[3] The Dean's educational and professional background is entirely in this area. He holds a Master's Degree in Administration and Psychology of Personnel Relations, is an active member in the Southern Maine Personnel Management Association, a member of the New England Secondary College Association, and a regular participant in industrial personnel seminars.

[4] At the hearing before this Court plaintiff Farrell was wearing a "Lincoln" type beard, a mustache which joined the beard and long hair which hung over his forehead and ears. Plaintiff Banks sported a large goatee, a mustache which reached down to join the goatee and long bushy sideburns. Plaintiff Williams had extra-long sideburns which just missed joining a clipped mustache. So far as appears, the appearance of the three plaintiffs had not materially changed between the date of their threatened expulsion and the day of the hearing.

[5] As noted above, the code permits deviations from the requirement that students are to be clean shaven upon the furnishing of a medical permit.

[6] In Tinker the Supreme Court held that black armbands worn by students to protest the Vietnam war were a form of symbolic speech protected by the First Amendment. The Court flatly stated, however, that "[t]he problem posed by the present case does not relate to regulation of the length of skirts or the type of clothing, to hair style, or deportment." 393 U.S. at 507-508, 89 S. Ct. at 737. And very recently in Cowgill v. California, 396 U.S. 371, 90 S. Ct. 613, 24 L. Ed. 2d 590 (1970), in which the Court dismissed an appeal by a convicted flag mutilator, Mr. Justice Harlan, concurring, noted:

The Court has, as yet, not established a test for determining at what point conduct becomes so intertwined with expression that it becomes necessary to weigh the State's interest in proscribing conduct against the constitutionally protected interest in freedom of expression.

Research discloses that only two courts have determined that beards or long hair in and of themselves are a constitutionally protected mode of expression. Meyers v. Arcata Union High School District, 269 Cal. App. 633, 75 Cal. Rptr. 68, 72-73 (1969); Finot v. Pasadena City Board of Education, 250 Cal. App. 2d 189, 58 Cal. Rptr. 520 (1967). On the other hand, the vast majority of recent "longhair" cases have, like this Court, found it unnecessary to decide the question. See, e. g., Griffin v. Tatum, supra, 300 F. Supp. at 62; Breen v. Kahl, 296 F. Supp. 702, 705 (W.D.Wisc.1969), aff'd, Breen v. Kahl, 419 F.2d 1034 (7th Cir. Dec. 3, 1969).

[7] Such appears to have been the view of Judge Wyzanski in Richards v. Thurston, supra, 304 F. Supp. at 452; of Judge Doyle in Breen v. Kahl, supra, 296 F. Supp. at 705-706; and of Judge Johnson in Griffin v. Tatum, supra, 300 F. Supp. at 62.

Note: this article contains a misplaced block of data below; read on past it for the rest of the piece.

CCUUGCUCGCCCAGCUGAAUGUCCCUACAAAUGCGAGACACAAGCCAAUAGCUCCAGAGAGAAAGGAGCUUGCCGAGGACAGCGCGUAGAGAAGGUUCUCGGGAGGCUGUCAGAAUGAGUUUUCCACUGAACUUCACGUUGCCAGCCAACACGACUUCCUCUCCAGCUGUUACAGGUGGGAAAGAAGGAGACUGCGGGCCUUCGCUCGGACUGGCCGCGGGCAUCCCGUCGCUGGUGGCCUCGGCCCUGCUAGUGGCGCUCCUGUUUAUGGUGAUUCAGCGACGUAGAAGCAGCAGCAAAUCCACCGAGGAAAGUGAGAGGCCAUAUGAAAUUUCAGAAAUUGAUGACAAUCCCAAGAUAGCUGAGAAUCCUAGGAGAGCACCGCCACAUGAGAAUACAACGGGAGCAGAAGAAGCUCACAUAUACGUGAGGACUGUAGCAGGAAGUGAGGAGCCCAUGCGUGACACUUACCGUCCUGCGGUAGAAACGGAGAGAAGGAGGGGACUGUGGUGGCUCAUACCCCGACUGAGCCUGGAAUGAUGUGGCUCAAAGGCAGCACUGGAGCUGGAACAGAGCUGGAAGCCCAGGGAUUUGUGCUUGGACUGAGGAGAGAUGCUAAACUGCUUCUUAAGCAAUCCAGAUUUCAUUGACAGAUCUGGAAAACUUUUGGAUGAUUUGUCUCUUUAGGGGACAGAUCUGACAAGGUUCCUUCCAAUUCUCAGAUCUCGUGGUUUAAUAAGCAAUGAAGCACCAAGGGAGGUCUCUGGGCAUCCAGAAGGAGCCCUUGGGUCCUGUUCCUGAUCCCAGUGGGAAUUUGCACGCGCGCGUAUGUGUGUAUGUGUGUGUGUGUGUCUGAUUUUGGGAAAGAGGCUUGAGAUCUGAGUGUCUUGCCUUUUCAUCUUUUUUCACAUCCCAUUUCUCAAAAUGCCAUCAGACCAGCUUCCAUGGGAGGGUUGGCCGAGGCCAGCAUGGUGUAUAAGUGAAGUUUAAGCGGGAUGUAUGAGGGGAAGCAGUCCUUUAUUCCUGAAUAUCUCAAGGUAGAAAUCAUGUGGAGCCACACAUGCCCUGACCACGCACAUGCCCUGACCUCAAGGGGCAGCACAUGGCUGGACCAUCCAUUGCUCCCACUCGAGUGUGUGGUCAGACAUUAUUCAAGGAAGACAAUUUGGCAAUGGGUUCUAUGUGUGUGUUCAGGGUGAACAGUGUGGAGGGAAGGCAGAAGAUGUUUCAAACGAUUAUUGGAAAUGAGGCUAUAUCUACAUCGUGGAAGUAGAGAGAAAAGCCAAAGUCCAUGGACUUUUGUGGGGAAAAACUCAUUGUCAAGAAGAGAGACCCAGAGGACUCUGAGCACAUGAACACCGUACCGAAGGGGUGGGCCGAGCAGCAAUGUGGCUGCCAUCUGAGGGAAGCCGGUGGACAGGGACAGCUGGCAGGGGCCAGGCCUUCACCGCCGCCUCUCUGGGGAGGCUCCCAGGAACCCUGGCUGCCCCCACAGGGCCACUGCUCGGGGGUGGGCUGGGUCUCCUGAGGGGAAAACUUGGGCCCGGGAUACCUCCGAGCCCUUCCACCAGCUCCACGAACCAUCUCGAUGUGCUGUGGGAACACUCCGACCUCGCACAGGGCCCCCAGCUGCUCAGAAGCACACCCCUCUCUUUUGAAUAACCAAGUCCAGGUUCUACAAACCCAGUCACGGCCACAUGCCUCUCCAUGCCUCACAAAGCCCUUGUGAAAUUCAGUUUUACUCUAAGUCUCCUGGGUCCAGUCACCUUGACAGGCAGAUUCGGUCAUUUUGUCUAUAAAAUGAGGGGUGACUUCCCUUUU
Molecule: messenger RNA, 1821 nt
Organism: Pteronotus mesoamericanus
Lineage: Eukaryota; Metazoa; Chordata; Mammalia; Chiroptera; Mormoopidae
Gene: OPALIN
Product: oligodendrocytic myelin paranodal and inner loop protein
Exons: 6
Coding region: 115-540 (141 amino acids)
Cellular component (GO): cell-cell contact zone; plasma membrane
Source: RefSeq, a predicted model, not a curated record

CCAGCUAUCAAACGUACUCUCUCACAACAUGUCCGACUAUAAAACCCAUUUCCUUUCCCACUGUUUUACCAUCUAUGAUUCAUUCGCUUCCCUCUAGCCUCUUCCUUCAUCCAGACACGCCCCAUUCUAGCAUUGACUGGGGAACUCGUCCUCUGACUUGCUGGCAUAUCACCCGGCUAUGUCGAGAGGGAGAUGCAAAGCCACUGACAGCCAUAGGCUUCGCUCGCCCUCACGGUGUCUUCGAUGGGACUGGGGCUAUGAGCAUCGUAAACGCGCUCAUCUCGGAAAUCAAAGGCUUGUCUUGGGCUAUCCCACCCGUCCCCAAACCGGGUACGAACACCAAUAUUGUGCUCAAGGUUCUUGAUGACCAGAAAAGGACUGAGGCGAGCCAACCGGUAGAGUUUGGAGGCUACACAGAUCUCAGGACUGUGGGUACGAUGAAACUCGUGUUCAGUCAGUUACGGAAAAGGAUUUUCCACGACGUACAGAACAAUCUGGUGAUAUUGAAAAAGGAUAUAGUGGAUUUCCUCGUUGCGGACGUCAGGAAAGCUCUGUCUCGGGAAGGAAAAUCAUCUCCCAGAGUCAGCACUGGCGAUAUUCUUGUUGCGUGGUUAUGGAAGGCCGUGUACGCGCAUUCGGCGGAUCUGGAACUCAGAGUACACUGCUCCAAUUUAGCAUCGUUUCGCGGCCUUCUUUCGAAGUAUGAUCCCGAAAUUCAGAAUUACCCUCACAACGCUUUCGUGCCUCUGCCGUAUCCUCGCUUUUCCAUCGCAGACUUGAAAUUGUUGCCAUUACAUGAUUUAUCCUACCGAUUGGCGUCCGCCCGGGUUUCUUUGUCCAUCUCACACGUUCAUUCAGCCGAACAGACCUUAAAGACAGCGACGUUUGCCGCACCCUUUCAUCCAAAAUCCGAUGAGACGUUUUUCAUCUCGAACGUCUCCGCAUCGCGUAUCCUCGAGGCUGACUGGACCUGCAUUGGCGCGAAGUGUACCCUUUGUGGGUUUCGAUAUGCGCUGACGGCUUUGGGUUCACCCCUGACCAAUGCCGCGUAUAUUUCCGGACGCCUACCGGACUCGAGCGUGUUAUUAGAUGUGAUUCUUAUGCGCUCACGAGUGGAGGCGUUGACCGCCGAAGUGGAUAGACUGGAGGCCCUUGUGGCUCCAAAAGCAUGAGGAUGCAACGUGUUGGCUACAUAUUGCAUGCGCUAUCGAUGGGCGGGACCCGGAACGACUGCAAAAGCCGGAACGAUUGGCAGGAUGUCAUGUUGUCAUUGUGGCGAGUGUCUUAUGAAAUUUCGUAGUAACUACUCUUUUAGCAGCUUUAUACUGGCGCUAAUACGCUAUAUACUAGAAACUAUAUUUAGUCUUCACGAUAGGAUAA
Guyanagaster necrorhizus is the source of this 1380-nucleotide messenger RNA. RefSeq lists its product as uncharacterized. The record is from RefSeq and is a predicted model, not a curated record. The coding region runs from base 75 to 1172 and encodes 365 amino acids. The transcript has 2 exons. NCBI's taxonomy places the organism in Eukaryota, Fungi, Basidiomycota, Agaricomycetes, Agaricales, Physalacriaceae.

[8] Plaintiffs also argue that the hair code violates the Equal Protection Clause of the Fourteenth Amendment in that it creates an invidious classification between those who wish to grow beards or long hair and those who do not. Other courts have found an Equal Protection violation in similar regulations. Griffin v. Tatum, supra, 300 F. Supp. at 62; Zachry v. Brown, supra, 299 F. Supp. at 1362; Calbillo v. San Jacinto Junior College, supra, 305 F.Supp. at 861-862; see also Ferrell v. Dallas Independent School District, 392 F.2d 697, 705 (5th Cir.) (Tuttle, J. dissenting), cert. denied, 393 U.S. 856, 89 S. Ct. 98, 21 L. Ed. 2d 125 (1968). But this Court simply cannot accept the view that the present problem can be rationally analyzed in equal protection terms. The code applies equally and impartially to all male students at SMVTI, and in the view of this Court it cannot be said that the school has invidiously "classified" those students who wish to grow beards or long hair and those who do not. Cf. North Carolina v. Pearce, 395 U.S. 711, 722-723, 89 S. Ct. 2089, 23 L. Ed. 2d 656 (1969). However, even on the assumption that the Equal Protection Clause is applicable here, the same considerations which have led this Court to conclude that the State's subordinating interest in the regulation is sufficiently compelling to withstand attack under the Due Process Clause, see infra, are sufficient to overcome a challenge under the Equal Protection Clause. The State's underlying interest in the regulation is sufficient whether its validity is measured by the traditional test for a denial of equal protection: that the challenged classification rests on grounds wholly irrelevant to the achievement of a valid state objective, McGowan v. Maryland, 366 U.S. 420, 425-426, 81 S. Ct. 1101, 6 L. Ed. 2d 393 (1961); or by the more recent requirement that the state must demonstrate a "compelling" interest to support the regulation. Cipriano v. City of Houma, 395 U.S. 701, 706, 89 S. Ct. 1897, 23 L. Ed. 2d 647 (1969); Kramer v. Union Free School District No. 15, 395 U.S. 621, 625-630, 89 S. Ct. 1886, 23 L. Ed. 2d 583 (1969); Shapiro v. Thompson, 394 U.S. 618, 634, 89 S. Ct. 322, 22 L. Ed. 2d 600 (1969). See Turner v. Fouche, 396 U.S. 346, 90 S. Ct. 532, 24 L. Ed. 2d 567 (1970).